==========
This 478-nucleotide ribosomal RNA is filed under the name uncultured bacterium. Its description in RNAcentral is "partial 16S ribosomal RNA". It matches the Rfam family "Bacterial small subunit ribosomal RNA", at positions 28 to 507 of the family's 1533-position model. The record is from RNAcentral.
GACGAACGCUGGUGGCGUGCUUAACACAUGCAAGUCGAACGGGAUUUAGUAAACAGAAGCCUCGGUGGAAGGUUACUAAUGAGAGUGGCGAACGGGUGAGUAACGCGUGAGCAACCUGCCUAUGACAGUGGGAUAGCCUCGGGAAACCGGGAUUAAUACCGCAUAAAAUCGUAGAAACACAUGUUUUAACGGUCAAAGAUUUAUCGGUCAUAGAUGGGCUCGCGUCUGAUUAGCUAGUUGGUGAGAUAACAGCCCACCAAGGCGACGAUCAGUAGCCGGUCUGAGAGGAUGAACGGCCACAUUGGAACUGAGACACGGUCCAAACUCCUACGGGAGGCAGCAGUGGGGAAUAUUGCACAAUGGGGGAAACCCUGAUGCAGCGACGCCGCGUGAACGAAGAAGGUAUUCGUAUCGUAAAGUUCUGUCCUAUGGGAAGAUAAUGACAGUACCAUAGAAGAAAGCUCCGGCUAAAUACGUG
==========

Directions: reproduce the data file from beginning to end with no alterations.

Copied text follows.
This 478-nucleotide ribosomal RNA is filed under the name uncultured bacterium. Its description in RNAcentral is "partial 16S ribosomal RNA". It matches the Rfam family "Bacterial small subunit ribosomal RNA", at positions 28 to 507 of the family's 1533-position model. The record is from RNAcentral.
GACGAACGCUGGUGGCGUGCUUAACACAUGCAAGUCGAACGGGAUUUAGUAAACAGAAGCCUCGGUGGAAGGUUACUAAUGAGAGUGGCGAACGGGUGAGUAACGCGUGAGCAACCUGCCUAUGACAGUGGGAUAGCCUCGGGAAACCGGGAUUAAUACCGCAUAAAAUCGUAGAAACACAUGUUUUAACGGUCAAAGAUUUAUCGGUCAUAGAUGGGCUCGCGUCUGAUUAGCUAGUUGGUGAGAUAACAGCCCACCAAGGCGACGAUCAGUAGCCGGUCUGAGAGGAUGAACGGCCACAUUGGAACUGAGACACGGUCCAAACUCCUACGGGAGGCAGCAGUGGGGAAUAUUGCACAAUGGGGGAAACCCUGAUGCAGCGACGCCGCGUGAACGAAGAAGGUAUUCGUAUCGUAAAGUUCUGUCCUAUGGGAAGAUAAUGACAGUACCAUAGAAGAAAGCUCCGGCUAAAUACGUG